In 1920, IRA member Patrick James McGuire received an encrypted Easter postcard. Does it contain a love message? Or is the content related to the Irish War of Independence?
Yesterday I received an email from Stephen Coyle. He wrote:
I am a historian based in Scotland and have been approached by the daughter of the late Patrick James McGuire, to ask for help to decode the cipher on the attached postcard. It was sent from somewhere in the United Kingdom to Patrick James McGuire at an address in County Fermanagh in Northern Ireland. The postmark is dated November 1920.
Here’s the picture side of the card:
According to Stephen, Patrick James McGuire was a member of the Scottish Brigade of the Irish Republican Army, who fought in the Easter Rising in Dublin, 1916. The following image shows Maguire as a young man. He is at the front on the right hand side.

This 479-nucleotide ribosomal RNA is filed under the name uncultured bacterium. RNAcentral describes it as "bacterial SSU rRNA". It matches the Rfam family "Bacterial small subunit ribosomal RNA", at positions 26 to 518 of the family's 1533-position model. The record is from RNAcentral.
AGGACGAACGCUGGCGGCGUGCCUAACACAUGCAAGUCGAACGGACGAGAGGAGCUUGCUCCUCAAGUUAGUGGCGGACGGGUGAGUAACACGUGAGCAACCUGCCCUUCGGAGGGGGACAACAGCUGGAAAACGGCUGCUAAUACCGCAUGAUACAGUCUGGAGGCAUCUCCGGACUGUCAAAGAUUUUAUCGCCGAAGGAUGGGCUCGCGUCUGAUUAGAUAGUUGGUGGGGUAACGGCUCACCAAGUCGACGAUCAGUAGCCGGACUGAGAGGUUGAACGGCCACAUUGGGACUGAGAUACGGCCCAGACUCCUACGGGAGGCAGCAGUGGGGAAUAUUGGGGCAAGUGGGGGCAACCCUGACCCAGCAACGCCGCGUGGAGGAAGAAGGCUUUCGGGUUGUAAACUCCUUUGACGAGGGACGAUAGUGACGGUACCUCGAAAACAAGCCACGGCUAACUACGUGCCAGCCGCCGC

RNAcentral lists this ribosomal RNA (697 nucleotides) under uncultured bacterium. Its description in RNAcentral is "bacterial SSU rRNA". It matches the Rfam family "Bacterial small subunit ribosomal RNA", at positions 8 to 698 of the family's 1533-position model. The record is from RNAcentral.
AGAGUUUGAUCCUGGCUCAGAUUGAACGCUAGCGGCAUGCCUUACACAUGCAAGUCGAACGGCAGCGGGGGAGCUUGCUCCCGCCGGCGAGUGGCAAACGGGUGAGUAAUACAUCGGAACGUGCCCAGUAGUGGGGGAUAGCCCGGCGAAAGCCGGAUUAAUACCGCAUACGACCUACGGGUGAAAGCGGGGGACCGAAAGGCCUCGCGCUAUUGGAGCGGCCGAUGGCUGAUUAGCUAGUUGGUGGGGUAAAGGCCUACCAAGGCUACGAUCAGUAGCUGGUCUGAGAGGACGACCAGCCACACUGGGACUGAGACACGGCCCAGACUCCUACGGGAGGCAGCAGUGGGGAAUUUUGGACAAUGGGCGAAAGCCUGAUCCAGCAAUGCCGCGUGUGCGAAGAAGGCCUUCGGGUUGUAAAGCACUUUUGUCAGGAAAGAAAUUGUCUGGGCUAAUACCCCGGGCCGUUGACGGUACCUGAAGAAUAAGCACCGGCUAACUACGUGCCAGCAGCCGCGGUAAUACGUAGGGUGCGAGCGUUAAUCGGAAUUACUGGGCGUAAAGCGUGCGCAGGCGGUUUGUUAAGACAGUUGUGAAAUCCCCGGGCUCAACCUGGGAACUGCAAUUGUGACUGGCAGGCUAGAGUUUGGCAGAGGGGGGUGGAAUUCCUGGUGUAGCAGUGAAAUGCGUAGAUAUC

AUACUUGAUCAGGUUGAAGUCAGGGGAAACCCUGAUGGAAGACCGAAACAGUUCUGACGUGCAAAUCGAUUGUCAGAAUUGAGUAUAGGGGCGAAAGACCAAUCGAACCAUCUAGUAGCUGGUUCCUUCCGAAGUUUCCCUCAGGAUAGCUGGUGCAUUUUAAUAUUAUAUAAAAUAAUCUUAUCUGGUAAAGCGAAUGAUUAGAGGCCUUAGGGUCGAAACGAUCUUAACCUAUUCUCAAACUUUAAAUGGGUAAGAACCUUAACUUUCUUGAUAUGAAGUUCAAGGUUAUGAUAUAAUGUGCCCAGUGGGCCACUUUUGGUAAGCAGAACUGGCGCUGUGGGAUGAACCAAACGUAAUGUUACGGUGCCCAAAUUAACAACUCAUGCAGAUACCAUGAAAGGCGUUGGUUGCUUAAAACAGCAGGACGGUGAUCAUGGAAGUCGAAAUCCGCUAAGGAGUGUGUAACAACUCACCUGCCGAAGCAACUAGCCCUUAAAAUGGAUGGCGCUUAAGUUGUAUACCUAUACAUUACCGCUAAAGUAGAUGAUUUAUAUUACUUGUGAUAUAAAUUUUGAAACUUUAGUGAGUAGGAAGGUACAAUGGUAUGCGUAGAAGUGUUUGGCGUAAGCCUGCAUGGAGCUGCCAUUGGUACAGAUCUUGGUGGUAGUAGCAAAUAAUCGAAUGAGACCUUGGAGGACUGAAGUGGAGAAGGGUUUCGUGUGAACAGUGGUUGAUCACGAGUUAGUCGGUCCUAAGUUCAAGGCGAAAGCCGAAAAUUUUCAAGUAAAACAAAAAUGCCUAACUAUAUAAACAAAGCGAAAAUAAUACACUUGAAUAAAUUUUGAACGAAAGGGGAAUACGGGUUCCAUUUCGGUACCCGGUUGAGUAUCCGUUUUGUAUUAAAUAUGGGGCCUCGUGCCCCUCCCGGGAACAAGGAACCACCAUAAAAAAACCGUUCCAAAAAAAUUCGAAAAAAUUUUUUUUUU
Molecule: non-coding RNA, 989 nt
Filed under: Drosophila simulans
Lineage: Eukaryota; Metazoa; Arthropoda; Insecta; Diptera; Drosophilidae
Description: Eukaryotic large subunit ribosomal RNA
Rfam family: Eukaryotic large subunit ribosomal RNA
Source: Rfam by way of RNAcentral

Here’s the text side of the card:
The encryption system used is probably a MASC. The spaces between the words are indicated by periods. Some of the symbols are hard to read. The first word could be DEAR, followed by a name (PADY?). If this guess is correct, the word ARE appears in the third line. Can a reader find out more or prove me wrong?
Encrypted postcards of this kind usually contain love messages. This one was sent to a man, which is unusual, as most enciphered cards were written by young males to their loved ones. Perhaps, it is the other way round here.
Of course, it is also possible that this encrypted message has a more serious content. According to Stephen, it might be related to the Irish War of Independence, which was being fought at the time.
We’ll know more if we can read the plaintext.
Further reading: From Russia with love: An unsolved encrypted postcard from 1906